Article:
23. 5 out of 5

    R.Z.

    This is a self-help type of book with lots of anecdotes mixed in with descriptions of how the brain and body supposedly work. I'll admit that I became suspicious when Gonzales' description of a psychiatrist and psychologist didn't make sense. Does he know what he is talking about??? (My son is is chief psychologist at a NY hospital, so through him, I claim to know a little about it.) Nevertheless I gave the book a 3-star because there are some interesting insights that the author has gleaned fro This is a self-help type of book with lots of anecdotes mixed in with descriptions of how the brain and body supposedly work. I'll admit that I became suspicious when Gonzales' description of a psychiatrist and psychologist didn't make sense. Does he know what he is talking about??? (My son is is chief psychologist at a NY hospital, so through him, I claim to know a little about it.) Nevertheless I gave the book a 3-star because there are some interesting insights that the author has gleaned from his searching of his sources. I highlighted a lot in case I want to go back and be reminded of what I read.

  24. 5 out of 5

    Leanne

    I am obsessed with this book. I have already listened to the audio book a second time. It's a very well written book about a humans capacity for survival after tragic and often traumatizing events. The author explores people's stories from all walks of life and situations and how they got on with their lives after the survival event. I find it fascinating and would definitely recommend this book to anyone who is interested in Psychology , resilience and survival. I am obsessed with this book. I have already listened to the audio book a second time. It's a very well written book about a humans capacity for survival after tragic and often traumatizing events. The author explores people's stories from all walks of life and situations and how they got on with their lives after the survival event. I find it fascinating and would definitely recommend this book to anyone who is interested in Psychology , resilience and survival.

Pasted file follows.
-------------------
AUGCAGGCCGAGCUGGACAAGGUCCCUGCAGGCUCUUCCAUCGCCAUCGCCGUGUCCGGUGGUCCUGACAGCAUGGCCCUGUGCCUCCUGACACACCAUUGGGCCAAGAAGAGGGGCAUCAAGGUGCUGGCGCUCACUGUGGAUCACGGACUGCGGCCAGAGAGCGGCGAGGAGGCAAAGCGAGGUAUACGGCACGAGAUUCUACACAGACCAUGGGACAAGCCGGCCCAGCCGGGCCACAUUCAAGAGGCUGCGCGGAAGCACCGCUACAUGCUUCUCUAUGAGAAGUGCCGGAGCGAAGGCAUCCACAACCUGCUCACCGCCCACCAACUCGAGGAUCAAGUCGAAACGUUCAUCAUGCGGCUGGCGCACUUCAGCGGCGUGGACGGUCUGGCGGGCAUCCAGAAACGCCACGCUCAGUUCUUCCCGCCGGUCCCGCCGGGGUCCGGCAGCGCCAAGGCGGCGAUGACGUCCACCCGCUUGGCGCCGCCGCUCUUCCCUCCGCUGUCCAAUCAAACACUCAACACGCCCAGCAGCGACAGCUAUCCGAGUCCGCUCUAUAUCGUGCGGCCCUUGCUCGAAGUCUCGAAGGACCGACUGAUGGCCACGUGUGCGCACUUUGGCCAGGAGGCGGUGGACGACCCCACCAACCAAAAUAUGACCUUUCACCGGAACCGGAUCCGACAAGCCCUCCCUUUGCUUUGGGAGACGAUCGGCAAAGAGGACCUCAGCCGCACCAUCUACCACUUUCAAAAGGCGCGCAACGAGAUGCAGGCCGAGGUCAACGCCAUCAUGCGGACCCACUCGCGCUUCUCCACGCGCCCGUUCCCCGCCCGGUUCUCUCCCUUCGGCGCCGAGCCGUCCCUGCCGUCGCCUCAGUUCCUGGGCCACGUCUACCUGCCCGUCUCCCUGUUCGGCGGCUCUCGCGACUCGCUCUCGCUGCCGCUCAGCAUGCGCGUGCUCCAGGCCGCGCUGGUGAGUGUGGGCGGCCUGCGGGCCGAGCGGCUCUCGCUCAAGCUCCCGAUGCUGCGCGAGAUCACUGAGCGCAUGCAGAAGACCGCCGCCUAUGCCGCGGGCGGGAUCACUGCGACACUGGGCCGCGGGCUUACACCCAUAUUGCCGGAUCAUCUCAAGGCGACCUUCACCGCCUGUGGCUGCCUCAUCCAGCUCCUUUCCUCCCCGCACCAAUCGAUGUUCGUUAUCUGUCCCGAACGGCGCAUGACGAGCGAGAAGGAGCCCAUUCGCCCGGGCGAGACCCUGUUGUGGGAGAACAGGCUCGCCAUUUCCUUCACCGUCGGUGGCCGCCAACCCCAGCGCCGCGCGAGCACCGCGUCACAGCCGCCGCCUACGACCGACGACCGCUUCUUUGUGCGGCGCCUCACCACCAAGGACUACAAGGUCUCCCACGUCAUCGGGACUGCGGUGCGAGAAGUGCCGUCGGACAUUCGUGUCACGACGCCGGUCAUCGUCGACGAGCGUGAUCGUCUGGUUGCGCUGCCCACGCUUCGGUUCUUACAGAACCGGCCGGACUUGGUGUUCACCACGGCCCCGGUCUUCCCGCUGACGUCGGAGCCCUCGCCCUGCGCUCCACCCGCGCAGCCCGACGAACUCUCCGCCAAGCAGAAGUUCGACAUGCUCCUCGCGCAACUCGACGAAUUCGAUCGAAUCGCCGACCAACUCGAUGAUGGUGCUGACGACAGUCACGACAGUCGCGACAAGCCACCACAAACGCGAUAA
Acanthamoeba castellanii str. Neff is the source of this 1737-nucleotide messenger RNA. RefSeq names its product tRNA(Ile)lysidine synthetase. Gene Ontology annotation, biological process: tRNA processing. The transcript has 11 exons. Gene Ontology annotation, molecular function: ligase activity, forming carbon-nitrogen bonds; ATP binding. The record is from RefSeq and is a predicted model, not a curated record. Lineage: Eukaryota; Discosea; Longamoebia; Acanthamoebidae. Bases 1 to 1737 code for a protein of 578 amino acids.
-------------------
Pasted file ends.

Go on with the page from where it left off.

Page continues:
25. 4 out of 5

    Kendra Kammer

    This book had great lessons in it for resilience and post traumatic stress. I found the survival stories interesting but I know that survival extends much farther than just the traumatic event itself. It plays out in how we recover (if we ever can), how it changes us, and whether we grow from the experience. Gonsalez covered a collection of elements that play into our healthy recovery (or not) from traumatic experiences. I imagine I’ll read this book again after it sinks in a bit.

  26. 4 out of 5

    Jason Fryer

    An outstanding look at what makes some survivors more resilient than others with a lot more neuroscience and biology than I envisioned. Overall it was a fast and engrossing read and I highly recommend it for anyone who is curious about the topics of survival, specifically the mindset and aftermath of survival.

  27. 5 out of 5

    Andrew Whitehead

    Great follow on This book is the perfect follow on to Deep Survival. I love the way this book makes you think about the “what ifs”. Tons of great advice, and seemingly none of it is intuitive. Absolutely fantastic read.

  28. 5 out of 5

    Jennifer

    seriously - the entire message is to find someone you think is worse off than you are and you will be fine. i doubt the author has ever been through any trauma of his own because he certainly doesn't understand it on a gut level. seriously - the entire message is to find someone you think is worse off than you are and you will be fine. i doubt the author has ever been through any trauma of his own because he certainly doesn't understand it on a gut level.

  29. 5 out of 5

    Jeanie Atherton

    Great book on how our minds and psyche deal with traumatic life experiences. I love the varying examples from emotional trauma to severe and debilitating physical trauma, or both.

  30. 4 out of 5

    Marjorie

    This is my 4th survival story this year enough!